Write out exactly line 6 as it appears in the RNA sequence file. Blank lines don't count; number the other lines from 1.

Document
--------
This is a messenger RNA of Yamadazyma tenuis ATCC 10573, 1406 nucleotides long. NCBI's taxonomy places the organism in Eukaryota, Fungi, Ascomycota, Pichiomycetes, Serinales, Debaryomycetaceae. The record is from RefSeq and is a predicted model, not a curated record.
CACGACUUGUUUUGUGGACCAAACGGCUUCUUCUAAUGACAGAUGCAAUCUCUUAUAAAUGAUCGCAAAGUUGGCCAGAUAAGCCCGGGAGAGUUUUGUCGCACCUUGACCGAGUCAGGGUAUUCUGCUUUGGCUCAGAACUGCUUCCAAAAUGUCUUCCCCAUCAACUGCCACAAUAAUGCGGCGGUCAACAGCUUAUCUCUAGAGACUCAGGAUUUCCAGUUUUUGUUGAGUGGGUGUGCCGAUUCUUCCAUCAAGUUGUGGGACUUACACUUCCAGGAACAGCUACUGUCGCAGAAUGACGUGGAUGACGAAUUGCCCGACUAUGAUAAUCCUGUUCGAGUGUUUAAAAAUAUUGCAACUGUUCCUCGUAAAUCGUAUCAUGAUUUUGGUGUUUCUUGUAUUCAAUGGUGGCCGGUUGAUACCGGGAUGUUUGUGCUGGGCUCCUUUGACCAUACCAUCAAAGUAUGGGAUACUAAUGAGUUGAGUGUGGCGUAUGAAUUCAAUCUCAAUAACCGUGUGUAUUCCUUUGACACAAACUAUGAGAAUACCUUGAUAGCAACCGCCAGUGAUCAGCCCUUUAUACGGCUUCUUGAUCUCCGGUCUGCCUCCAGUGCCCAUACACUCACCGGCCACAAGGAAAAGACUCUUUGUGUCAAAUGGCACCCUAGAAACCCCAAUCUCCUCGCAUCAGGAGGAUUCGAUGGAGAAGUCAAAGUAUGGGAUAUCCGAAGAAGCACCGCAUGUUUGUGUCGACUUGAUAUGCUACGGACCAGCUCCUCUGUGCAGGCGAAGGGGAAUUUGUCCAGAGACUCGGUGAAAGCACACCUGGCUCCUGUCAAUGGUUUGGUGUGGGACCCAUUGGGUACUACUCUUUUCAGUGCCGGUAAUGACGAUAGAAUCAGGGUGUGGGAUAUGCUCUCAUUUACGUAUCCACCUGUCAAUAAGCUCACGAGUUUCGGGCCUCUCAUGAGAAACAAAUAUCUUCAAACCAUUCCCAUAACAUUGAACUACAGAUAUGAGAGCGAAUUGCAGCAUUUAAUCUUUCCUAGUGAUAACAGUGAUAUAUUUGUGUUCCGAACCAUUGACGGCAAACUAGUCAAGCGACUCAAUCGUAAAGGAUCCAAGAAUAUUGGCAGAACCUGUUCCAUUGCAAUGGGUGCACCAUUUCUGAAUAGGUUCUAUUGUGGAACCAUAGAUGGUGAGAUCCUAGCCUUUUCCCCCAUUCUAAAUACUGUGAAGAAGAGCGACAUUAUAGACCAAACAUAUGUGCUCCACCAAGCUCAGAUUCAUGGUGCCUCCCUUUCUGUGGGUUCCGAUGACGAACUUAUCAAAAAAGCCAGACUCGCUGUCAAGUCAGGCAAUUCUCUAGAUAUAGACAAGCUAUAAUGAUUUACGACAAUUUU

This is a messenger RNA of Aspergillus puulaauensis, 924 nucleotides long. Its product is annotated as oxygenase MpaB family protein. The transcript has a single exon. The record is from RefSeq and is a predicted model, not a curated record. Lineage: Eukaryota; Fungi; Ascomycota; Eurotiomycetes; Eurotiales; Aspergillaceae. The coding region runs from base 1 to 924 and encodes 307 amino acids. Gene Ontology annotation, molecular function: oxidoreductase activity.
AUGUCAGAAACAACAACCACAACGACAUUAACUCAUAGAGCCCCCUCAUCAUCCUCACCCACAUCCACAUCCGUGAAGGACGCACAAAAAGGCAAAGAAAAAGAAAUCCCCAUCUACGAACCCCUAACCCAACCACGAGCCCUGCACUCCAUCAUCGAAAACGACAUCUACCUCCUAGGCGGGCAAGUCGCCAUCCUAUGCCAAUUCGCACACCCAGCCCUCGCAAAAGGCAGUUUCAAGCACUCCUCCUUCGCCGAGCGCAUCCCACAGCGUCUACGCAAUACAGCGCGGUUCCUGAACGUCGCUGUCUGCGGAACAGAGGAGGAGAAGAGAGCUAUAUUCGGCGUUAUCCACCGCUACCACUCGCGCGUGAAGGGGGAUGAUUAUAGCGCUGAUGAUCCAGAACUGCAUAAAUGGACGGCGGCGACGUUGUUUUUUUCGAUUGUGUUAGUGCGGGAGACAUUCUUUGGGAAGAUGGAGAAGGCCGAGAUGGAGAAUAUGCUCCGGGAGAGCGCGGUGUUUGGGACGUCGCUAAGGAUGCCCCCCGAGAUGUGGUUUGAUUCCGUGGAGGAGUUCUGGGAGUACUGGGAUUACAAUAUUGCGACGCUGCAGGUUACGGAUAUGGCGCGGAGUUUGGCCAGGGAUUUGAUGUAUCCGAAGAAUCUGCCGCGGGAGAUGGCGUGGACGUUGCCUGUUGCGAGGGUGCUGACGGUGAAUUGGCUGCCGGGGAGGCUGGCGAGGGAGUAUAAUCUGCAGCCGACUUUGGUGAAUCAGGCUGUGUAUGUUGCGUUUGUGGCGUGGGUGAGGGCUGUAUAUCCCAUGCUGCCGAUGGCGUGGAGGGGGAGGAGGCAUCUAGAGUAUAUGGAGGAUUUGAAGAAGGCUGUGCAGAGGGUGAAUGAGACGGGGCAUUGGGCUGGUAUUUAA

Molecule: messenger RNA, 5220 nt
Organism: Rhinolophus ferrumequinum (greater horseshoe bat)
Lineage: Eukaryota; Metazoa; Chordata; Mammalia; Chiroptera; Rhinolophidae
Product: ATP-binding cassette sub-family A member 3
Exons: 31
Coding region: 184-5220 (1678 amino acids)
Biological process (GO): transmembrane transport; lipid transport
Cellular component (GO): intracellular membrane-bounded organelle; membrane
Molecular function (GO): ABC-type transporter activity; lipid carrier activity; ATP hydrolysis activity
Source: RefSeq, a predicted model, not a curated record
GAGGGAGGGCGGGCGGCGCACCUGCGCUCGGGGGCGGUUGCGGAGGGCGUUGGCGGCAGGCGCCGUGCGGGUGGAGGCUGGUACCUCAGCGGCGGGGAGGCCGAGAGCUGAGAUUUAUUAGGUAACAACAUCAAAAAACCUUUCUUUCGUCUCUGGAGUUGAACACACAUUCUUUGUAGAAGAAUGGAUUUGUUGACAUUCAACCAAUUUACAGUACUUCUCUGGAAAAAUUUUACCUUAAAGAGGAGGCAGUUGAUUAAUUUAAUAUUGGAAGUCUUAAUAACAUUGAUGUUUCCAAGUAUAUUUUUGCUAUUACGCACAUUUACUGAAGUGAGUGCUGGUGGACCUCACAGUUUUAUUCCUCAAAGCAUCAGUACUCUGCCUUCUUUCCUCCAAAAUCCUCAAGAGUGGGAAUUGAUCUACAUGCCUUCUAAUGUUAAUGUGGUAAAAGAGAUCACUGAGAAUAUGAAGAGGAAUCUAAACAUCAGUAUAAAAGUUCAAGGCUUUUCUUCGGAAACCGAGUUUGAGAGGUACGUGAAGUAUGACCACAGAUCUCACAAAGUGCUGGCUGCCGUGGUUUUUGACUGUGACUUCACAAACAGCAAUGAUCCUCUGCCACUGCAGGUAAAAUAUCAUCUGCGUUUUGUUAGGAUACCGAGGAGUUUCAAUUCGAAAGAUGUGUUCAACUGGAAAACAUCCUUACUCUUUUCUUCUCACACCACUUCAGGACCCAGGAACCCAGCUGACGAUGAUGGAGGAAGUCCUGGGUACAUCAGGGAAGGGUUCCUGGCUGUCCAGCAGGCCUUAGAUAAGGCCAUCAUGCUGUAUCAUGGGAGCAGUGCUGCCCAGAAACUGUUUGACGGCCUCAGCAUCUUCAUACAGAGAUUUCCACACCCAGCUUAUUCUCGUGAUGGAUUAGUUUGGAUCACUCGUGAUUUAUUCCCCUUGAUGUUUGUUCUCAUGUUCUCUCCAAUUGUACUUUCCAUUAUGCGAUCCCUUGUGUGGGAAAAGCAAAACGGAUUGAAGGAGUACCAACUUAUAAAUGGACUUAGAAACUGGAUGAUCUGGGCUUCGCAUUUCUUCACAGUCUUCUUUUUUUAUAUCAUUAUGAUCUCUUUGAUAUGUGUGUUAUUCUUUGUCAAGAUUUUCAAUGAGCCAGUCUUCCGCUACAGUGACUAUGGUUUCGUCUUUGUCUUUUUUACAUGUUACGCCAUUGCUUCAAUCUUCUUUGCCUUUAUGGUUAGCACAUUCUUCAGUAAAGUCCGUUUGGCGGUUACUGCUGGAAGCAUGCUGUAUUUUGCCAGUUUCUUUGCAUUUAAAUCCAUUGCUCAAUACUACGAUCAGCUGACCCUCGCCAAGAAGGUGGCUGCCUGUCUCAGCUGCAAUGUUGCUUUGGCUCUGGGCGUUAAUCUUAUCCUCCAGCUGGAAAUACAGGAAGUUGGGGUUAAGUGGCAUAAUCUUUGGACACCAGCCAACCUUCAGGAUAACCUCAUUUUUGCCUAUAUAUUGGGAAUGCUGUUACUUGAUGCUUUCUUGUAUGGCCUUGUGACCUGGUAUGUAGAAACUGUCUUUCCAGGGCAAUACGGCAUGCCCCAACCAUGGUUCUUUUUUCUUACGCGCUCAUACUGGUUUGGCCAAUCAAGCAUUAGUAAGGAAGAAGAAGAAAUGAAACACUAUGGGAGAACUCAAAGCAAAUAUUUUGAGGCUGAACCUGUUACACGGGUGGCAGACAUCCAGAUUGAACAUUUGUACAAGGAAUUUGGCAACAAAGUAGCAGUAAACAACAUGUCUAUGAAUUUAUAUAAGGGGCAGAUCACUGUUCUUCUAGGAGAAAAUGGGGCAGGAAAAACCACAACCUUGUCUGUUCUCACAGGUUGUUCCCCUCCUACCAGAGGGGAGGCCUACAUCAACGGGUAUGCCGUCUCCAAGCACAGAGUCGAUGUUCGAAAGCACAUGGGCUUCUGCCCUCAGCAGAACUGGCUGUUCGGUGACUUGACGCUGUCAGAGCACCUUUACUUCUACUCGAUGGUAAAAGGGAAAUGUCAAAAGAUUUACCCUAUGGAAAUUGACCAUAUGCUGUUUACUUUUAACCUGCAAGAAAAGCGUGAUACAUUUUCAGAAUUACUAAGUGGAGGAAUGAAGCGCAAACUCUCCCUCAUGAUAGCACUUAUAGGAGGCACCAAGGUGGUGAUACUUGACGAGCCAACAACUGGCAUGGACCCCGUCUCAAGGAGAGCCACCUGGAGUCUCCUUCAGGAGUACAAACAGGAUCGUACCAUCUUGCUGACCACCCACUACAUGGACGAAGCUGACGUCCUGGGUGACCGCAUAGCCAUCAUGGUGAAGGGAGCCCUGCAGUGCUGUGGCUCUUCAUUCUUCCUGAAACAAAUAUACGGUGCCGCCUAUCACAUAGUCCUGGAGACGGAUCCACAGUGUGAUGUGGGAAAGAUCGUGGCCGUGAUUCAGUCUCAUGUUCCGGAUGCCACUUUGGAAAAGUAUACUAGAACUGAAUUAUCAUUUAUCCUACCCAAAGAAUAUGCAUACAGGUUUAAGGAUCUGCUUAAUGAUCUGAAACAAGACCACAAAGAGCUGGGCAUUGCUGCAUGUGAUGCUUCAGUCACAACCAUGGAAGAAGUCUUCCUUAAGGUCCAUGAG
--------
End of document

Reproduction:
Organism: Rhinolophus ferrumequinum (greater horseshoe bat)